(Picture: Sedgefield Under 9 boys battle it out with their rivals from Denneoord School. Taken by Isabel Adam)
If you were wondering why most of the roads in the village were packed with cars last Saturday, it was Laerskool Sedgefield Primary hosting its 21st Arrie Nel Hockey Day. The school once again stepped up to the plate and ensured that the enthusiastic players and parents had a memorable time on and around the fields.
To cater for 1500 hockey players and 3000 spectators takes teamwork and the school would like to thank all who were involved in making the day such a huge success.  A special thank you to Arrie Nel Pharmacy for their contribution and loyal support of the school through the years. LSP  learners and personnel wish to continue with this tradition and look forward to welcoming everyone back in 2024
Congratulations to the 2023 trophy winners.
 u/8    Boys: George Suid  (tie) George Voorbereiding
          Girls: Denneoord A
u/9     Boys: Durbanville (tie) A Hartenbos
          Girls: Durbanville A (tie) Durbanville B
u/10   Boys:  Milkwood A (tie) Milkwood B
          Girls: Park Outeniqua A
u/11   Boys: Holy Cross
          Girls: Outeniqua A
u/12   Boys: Milkwood A
          Girls: Outeniqua A

Incensed by the absence of officials set to attend the town hall meeting last night, Sedgefield’s Ratepayers and Residents Association EXCO have issued the following statement.

A  total of six municipal officials, including the new municipal manager (Mr Phineas Sebola – seen in picture) and five of his directors, failed to attend a Ward 2 Public Participation meeting in the Sedgefield Town Hall last night, 9 March 2023. This despite an undertaking that they would all be there to answer questions and concerns of Sedgefield residents.

The Sedgefield Ratepayers and Residents Association (SRRA) expresses deep dissatisfaction and disappointment at the Knysna Municipality’s lack of representation and feedback. The meeting was an embarrassment. Sedgefield Residents can only conclude that our town is not a priority. The fact that the meeting was held during load shedding was a great metaphor for being kept in the dark.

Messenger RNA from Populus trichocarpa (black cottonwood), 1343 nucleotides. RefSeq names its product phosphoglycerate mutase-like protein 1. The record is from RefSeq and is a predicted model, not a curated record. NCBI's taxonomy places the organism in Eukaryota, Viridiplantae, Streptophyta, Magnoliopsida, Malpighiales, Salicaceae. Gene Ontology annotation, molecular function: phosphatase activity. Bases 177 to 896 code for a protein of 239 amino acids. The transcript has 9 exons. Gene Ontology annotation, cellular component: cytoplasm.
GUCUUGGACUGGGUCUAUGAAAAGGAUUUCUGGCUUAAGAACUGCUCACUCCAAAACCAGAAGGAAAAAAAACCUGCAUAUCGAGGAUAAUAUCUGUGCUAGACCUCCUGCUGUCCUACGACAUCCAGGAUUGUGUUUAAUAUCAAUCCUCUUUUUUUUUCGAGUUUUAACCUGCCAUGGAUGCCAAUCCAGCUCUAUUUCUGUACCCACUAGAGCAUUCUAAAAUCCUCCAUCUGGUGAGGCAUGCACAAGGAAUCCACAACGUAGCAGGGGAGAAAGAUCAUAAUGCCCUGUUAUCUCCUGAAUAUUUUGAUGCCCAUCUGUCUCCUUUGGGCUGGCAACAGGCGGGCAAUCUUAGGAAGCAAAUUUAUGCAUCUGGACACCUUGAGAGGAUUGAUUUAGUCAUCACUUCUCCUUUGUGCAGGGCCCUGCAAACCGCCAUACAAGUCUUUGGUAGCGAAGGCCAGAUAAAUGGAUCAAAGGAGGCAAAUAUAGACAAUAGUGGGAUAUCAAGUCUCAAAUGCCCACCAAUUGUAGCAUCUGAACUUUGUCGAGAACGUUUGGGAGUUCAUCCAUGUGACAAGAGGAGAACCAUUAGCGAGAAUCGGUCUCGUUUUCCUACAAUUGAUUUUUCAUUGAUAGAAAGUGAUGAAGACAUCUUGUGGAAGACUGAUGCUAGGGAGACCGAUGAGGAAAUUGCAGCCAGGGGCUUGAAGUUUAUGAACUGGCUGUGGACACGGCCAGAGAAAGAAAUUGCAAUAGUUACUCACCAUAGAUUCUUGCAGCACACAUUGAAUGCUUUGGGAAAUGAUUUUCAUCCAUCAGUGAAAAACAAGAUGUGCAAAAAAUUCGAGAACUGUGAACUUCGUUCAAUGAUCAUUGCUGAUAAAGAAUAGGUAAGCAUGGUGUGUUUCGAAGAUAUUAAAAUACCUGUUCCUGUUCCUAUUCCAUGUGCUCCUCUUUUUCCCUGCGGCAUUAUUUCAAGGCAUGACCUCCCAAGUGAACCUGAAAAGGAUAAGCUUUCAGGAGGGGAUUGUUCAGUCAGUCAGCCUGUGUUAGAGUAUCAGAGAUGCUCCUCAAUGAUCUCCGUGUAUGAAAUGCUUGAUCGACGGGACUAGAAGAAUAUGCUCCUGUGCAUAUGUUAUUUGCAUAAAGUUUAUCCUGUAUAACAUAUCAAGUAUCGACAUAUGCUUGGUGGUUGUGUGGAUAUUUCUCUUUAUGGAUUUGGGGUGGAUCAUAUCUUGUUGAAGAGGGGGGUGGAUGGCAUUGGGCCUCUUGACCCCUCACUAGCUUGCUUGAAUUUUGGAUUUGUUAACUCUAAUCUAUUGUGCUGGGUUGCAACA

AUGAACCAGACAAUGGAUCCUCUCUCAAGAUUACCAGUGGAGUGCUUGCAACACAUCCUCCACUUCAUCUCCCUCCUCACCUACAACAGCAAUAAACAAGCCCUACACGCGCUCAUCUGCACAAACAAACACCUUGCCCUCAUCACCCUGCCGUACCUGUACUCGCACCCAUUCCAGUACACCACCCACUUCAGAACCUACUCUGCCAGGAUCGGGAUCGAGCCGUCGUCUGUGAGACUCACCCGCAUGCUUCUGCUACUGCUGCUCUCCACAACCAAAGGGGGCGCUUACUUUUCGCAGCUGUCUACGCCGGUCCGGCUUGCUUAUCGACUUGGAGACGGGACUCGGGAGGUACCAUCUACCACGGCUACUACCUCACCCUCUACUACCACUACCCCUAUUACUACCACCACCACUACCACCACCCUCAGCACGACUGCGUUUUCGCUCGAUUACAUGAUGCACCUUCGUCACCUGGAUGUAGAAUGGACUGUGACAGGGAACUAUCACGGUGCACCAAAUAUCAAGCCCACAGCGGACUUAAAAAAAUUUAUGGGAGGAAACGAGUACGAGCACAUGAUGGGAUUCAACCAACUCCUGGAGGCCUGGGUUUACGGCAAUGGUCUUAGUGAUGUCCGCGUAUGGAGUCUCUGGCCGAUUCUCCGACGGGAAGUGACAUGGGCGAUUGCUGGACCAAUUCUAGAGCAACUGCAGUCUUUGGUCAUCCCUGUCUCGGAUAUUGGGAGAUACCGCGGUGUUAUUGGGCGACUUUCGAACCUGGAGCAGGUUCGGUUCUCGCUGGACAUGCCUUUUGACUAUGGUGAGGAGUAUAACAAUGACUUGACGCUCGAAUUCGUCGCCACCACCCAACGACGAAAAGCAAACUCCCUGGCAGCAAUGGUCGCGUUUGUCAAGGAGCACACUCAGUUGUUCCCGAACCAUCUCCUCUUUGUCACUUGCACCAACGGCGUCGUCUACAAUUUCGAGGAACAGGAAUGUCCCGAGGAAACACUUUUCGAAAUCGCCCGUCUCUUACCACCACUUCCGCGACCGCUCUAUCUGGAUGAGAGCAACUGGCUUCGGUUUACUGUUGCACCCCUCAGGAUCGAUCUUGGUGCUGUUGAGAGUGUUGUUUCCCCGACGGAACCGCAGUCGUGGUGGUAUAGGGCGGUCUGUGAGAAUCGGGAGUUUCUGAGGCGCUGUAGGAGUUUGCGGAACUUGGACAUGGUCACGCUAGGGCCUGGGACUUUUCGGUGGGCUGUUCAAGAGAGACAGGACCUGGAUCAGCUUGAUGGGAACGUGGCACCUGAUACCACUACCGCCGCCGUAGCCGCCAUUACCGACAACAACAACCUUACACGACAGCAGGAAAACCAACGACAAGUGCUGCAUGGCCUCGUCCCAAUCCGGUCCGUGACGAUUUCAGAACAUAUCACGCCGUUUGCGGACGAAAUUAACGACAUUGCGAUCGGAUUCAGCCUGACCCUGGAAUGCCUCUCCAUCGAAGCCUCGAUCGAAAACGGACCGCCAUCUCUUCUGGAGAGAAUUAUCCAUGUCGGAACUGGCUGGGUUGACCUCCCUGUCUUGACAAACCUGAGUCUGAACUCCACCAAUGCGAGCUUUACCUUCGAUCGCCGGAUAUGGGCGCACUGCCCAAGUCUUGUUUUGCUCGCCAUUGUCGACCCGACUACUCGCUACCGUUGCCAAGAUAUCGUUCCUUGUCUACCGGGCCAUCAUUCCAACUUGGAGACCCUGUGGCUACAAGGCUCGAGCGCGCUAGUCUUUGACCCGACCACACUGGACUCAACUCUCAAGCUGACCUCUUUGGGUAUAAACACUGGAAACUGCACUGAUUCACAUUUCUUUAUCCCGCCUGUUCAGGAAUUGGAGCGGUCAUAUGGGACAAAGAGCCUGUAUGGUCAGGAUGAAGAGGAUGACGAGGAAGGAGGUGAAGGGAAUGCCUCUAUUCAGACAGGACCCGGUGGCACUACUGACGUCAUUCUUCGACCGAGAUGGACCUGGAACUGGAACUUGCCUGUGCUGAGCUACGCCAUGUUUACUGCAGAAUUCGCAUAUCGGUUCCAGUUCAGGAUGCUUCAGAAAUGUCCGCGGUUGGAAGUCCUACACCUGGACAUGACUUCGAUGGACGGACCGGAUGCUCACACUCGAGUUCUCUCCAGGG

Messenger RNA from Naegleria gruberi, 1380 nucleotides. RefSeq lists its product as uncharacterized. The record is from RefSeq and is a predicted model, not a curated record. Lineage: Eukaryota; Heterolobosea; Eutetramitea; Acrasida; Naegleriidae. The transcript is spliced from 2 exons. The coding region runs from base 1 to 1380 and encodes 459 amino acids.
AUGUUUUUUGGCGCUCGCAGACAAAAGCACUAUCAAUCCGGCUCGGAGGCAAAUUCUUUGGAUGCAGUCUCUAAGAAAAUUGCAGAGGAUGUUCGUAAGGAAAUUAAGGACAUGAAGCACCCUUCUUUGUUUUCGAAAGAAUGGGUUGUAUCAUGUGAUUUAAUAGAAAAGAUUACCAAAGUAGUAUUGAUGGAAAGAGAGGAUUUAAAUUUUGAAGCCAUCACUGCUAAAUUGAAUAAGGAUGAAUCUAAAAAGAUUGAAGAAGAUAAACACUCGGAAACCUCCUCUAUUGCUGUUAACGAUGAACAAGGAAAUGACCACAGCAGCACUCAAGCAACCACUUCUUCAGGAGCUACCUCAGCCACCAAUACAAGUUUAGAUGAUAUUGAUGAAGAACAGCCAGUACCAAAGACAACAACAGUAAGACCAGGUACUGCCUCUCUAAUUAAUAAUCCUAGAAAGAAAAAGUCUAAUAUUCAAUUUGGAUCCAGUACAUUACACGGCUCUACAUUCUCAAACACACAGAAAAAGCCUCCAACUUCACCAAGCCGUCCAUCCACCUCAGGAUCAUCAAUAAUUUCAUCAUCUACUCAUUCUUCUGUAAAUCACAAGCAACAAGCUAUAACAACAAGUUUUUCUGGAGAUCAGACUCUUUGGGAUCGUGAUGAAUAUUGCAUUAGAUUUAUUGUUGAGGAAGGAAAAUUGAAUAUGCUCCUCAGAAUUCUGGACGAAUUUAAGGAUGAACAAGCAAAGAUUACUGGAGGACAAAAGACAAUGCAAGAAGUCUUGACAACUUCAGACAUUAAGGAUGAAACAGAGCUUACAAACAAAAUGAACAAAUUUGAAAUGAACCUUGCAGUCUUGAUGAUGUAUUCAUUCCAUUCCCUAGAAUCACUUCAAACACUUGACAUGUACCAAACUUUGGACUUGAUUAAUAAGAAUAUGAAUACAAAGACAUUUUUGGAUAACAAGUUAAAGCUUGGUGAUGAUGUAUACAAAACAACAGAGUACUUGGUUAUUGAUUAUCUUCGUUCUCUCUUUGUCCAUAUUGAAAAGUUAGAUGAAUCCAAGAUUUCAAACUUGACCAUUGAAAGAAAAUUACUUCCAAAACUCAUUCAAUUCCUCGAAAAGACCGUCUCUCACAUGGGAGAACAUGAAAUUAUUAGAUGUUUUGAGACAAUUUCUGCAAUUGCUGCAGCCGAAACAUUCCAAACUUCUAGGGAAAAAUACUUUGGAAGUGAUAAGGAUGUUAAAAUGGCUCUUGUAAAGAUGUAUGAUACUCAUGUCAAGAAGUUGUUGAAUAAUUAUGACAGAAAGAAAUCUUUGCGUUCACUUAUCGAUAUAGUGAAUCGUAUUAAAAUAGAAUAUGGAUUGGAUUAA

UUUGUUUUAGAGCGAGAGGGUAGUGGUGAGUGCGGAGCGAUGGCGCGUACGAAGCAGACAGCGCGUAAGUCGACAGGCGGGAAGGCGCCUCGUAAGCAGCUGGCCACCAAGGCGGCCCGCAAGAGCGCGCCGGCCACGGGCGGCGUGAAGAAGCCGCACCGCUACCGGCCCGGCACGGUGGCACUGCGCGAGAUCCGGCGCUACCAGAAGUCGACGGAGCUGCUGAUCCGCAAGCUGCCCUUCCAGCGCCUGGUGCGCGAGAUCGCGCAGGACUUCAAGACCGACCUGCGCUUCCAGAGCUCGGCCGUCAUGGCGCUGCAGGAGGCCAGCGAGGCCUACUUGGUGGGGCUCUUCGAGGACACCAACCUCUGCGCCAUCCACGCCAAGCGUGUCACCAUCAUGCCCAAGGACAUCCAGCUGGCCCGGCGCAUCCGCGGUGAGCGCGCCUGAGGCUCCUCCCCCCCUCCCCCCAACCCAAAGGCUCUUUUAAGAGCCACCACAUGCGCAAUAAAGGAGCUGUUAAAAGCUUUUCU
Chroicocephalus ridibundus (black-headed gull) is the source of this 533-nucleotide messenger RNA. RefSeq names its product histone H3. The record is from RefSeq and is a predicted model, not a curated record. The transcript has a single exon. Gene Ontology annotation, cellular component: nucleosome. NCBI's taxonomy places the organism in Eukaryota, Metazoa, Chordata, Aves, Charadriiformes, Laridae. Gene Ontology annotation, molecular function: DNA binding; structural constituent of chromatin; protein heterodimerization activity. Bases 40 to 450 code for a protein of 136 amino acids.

SRRA tabled questions via the Ward Committee more than a week in advance. None of these questions was addressed by the officials. If the MM and the Directors knew they could not attend, a statement (in absentia) addressing the questions posed should have been issued. This did not happen, demonstrating a total lack of respect for the public participation process and Sedgefield Residents in particular.

Cllr Vanston (Ward 2 Councillor) convened and chaired the meeting on the understanding that all the relevant officials would be present. Many of the concerns of those who attended were unresolved, leaving many residents frustrated and angry. Those officials who did attend are to be thanked for their input. Whilst Pam Booth (Manager of Environmental Planning), Charles Chordnum (Manager of IDP) and Acting Director of Integrated Human Settlements Lindile Petuna provided limited feedback, issues about the ongoing illegal activity on the dune were left unresolved. As a result, some residents walked out early.

The SRRA Exco meets with the new MM and the entire directorate on the 13th of April, 2023, to get answers on service delivery and the municipality’s lack of enforcement of its by-laws.

Dr AJ Brough

Chairperson SRRA

With Municipal elections set to take place on 1 November, residents of Greater Knysna will be spoilt for choice when it comes to candidates and indeed parties. According to the list published by the Independent Electoral Commission, there are no less than 19 registered parties competing for the 11 wards in Knysna and two candidates running as independents for Wards 3 and 4.

Sedgefield and its surrounding rural communities are made up of two wards. Ward 1 is Sizamile-Smutsville; Rondevlei; Myoli Beach; Cola Beach; The Island and Hoogekraal, whilst Ward 2 is Sedgefield Town; Karatara; Farleigh; Kraaibosch; Fairview; and Barrington.